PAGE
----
The Truth (La vérité, France-Japan, 2019)

Returning with trepidation

I pretty much avoid reading anything about films I want to see but still felt the a sightly negative vibe about Kore-eda Hirokazu’s first non-Japanese film. Having read some reviews now they’re certainly not negative but they are also not ecstatic, which they should have been. Kore-eda is a master at portraying family dynamics and transplanting his aesthetic to Paris has not mattered at all. Indeed, the casting of Catherine Deneuve allows for a reflection on acting and stardom that is likely to have been more appreciated in the west than if he’d used a legendary Japanese actor. I’m sure the film isn’t about Deneuve herself, though there is a poster for a fictional film Belle de Paris that obviously references Belle de Jour (France-Italy, 1967), but the driven egotism, and its costs, that is (or may be?) required to be at the absolute pinnacle of any field is the central theme of the film. In recent films I’ve felt Deneuve relies too much on her charisma for the performance, she’s not exactly ‘dialling it in’ though maybe the roles weren’t challenging enough – for example, Potiche (France, 2010). She’s certainly prolific, making an average of two films a year in the last decade, but in The Truth she is sensational; maybe being cast with the great Juliette Binoche led her to raise her game?

Binoche plays Lumir, the slightly-estranged daughter of Deneuve’s Fabienne whose just-published autobiography appears to be anything but its title: The Truth. The long-running tensions that, to an extent, bind families together are brilliantly shown, usually through facial expression. Ethan Hawke, slightly underused but that’s the role, is also excellent as the ‘second-rate’ actor husband of Lumir who remains affable despite Fabienne’s occasional jibes.

Fabienne is making an SF film where she plays the daughter of a terminally ill woman who remains ‘forever young’ by travelling into space and returning every two years for a short while. It’s a brilliant concept (apparently based on something by Ken Liu) that facilitates a meditation on age and a child’s relationship with their parents. The film is investigating, though not to any great philosophical depth, the nature of truth and if that sounds heavy the film is also very funny in an off-beat way.

As always in Kore-eda, the direction of children is magnificent. Lumir and Hank’s daughter, Charlotte (Clémentine Grenier), serves as an intermediary between the not-quite warring adults without pretension. Lumir is a scriptwriter and gives her daughter some great lines to flatter Fabienne who earlier asked for lines to smooth over conflict with a miffed personal assistant. How often in life do we think of lines to say before an encounter?

Kore-eda’s ‘dislocation’ from Japan has been seamless and he even manages to include trees, though not in blossom as in his Japanese films, as emblems of a time of life.

Transit (Germany-France, 2018)

On the road to nowhere

Transit is a fascinating and disorientating adaptation of Anna Seghers’ WWII novel based on her experiences escaping the Nazis via Marseille. Daringly, scriptwriter-director Christian Petzold sets the film in the present day with some period touches (such as a typewriter and retro-clothing) so drawing parallels between the fascists of then and the increasingly fascistic now. This Brechtian aesthetic reinforces the Kafkaesque influence on the novel which includes the protagonist Georg (Franz Rogowski) taking on the identity of a dead writer to try and escape and when he has to prove, to the authorities, that he wants to leave in order to be granted leave to leave. In addition, the writer’s wife, Marie (Paula Beer), mistakes Georg for her husband briefly a couple of times and their lives become entangled.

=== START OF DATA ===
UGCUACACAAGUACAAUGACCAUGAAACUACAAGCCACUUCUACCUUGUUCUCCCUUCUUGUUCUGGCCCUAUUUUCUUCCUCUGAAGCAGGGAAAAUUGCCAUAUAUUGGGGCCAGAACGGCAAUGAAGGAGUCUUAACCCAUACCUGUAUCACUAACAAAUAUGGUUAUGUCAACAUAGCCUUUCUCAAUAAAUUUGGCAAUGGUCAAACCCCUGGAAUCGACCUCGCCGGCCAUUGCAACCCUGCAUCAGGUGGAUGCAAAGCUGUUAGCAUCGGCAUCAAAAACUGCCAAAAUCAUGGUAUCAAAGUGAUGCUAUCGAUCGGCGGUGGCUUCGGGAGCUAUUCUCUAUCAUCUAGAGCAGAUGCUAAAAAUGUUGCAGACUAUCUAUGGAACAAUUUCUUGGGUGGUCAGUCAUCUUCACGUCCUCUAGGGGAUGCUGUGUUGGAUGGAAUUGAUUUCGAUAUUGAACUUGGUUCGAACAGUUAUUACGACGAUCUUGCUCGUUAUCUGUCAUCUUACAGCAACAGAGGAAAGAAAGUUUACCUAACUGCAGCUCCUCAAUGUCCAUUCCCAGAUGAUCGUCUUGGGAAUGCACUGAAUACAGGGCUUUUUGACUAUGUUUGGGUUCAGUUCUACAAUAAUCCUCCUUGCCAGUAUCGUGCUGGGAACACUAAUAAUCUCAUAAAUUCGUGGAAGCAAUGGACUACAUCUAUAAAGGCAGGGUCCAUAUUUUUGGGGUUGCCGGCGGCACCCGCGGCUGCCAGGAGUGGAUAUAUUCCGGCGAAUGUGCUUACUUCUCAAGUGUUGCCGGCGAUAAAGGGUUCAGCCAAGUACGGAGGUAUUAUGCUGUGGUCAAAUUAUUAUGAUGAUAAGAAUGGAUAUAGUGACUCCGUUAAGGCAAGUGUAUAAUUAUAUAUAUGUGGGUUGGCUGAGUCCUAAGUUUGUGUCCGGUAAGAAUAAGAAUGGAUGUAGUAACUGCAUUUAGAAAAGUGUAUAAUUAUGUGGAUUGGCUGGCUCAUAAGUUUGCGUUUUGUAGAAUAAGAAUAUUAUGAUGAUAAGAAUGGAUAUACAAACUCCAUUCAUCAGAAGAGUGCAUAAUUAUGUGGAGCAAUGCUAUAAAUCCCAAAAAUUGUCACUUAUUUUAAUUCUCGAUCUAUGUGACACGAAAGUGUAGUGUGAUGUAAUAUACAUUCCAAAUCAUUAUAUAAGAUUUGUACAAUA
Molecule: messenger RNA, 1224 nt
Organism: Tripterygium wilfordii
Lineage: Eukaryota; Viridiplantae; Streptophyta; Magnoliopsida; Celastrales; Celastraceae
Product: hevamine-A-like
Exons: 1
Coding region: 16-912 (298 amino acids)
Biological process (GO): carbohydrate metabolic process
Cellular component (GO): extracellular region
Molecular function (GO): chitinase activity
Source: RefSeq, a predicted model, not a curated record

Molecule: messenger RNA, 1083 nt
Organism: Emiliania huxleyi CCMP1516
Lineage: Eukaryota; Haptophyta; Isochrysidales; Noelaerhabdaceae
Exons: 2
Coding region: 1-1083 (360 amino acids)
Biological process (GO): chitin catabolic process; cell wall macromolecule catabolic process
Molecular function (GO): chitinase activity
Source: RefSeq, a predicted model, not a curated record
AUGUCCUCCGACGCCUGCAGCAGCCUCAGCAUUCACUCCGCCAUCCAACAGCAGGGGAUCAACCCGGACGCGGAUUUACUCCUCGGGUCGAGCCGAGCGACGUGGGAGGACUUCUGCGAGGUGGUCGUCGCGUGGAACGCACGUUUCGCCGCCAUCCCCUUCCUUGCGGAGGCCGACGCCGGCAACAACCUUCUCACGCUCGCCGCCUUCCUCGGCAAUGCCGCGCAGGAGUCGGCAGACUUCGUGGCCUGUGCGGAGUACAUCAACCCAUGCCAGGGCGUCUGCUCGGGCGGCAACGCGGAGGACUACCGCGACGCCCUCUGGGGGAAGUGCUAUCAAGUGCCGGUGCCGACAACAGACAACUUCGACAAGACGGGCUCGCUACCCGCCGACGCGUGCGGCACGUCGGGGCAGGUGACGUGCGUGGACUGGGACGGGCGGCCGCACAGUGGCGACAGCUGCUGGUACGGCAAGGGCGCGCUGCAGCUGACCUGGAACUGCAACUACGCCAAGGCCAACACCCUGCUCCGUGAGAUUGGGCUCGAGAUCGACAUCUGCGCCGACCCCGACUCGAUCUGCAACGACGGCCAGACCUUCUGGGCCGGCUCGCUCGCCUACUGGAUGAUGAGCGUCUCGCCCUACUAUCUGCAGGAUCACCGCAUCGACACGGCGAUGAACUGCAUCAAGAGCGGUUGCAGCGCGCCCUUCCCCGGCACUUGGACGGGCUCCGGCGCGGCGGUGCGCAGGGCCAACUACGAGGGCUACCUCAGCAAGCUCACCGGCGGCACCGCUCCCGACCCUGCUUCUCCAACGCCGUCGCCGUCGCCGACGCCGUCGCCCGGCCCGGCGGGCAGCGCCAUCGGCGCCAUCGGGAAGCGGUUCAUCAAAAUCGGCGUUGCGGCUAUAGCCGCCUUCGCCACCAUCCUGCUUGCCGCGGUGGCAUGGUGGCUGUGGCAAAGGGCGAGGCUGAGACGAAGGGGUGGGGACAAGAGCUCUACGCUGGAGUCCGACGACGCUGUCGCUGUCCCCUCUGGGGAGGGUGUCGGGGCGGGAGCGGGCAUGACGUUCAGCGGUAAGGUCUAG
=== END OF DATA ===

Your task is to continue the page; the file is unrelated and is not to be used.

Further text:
One indisputably modern element is the African migrants who Georg befriends which adds to the difficulty he has in leaving due to the emotional bond he forges with a youngster, Driss (Lilien Batman). In one superb scene he returns to his friend’s address to find it populated by bewildered migrants; Driss and his mother have gone. Marie, meanwhile, is involved with a doctor who needs to leave but is incapable of doing so without her and she is waiting for her husband and doesn’t believe Georg when he tells her he’s dead. The characters are caught in a liminal space which is, as shown in a parable told by Georg, hell.

Petzold brilliant captures the constant anxiety of living on the edge as police sirens disrupt the soundscape and raids are commonplace. Beer channels Nina Hoss’ (a Petzold regular) distanciated acting style: she’s there but not there which can be seen in a number of Petzold’s films; for example Phoenix and Yella. Both Beer and Rogowski are brilliant in their roles of people trying to act normally in extraordinary circumstances.

Kafka may be the novelist of our time as politicians insist that lies are true and people act as if nothing is seriously wrong in the world (be it Covid-19 or climate catastrophe); Trump suggesting that left wing fascists are a threat is his latest idiocy and Johnson blames care home for deaths that was the fault of his government. But as Kafka (and TS Eliot) showed, human beings don’t have a strong grip on reality so most people don’t seem to realise we’re on the ‘road to nowhere’; which, incidentally, is the Talking Heads song that plays out Transit.

Another Brechtian dimension to the film is the suggestion that what we’re seeing is fiction (which of course it is). A voiceover narrator (who is revealed to be the manager of a restaurant where Georg leaves the manuscript), it is suggested, is reading the novel left by the writer (which Georg takes and which, apparently, is Seghers’) and there’s occasionally a mismatch between what is said and what we see; exactly like today’s world then! James Latimer, in Cinema Scope, is worth reading after seeing the film which is on MUBI.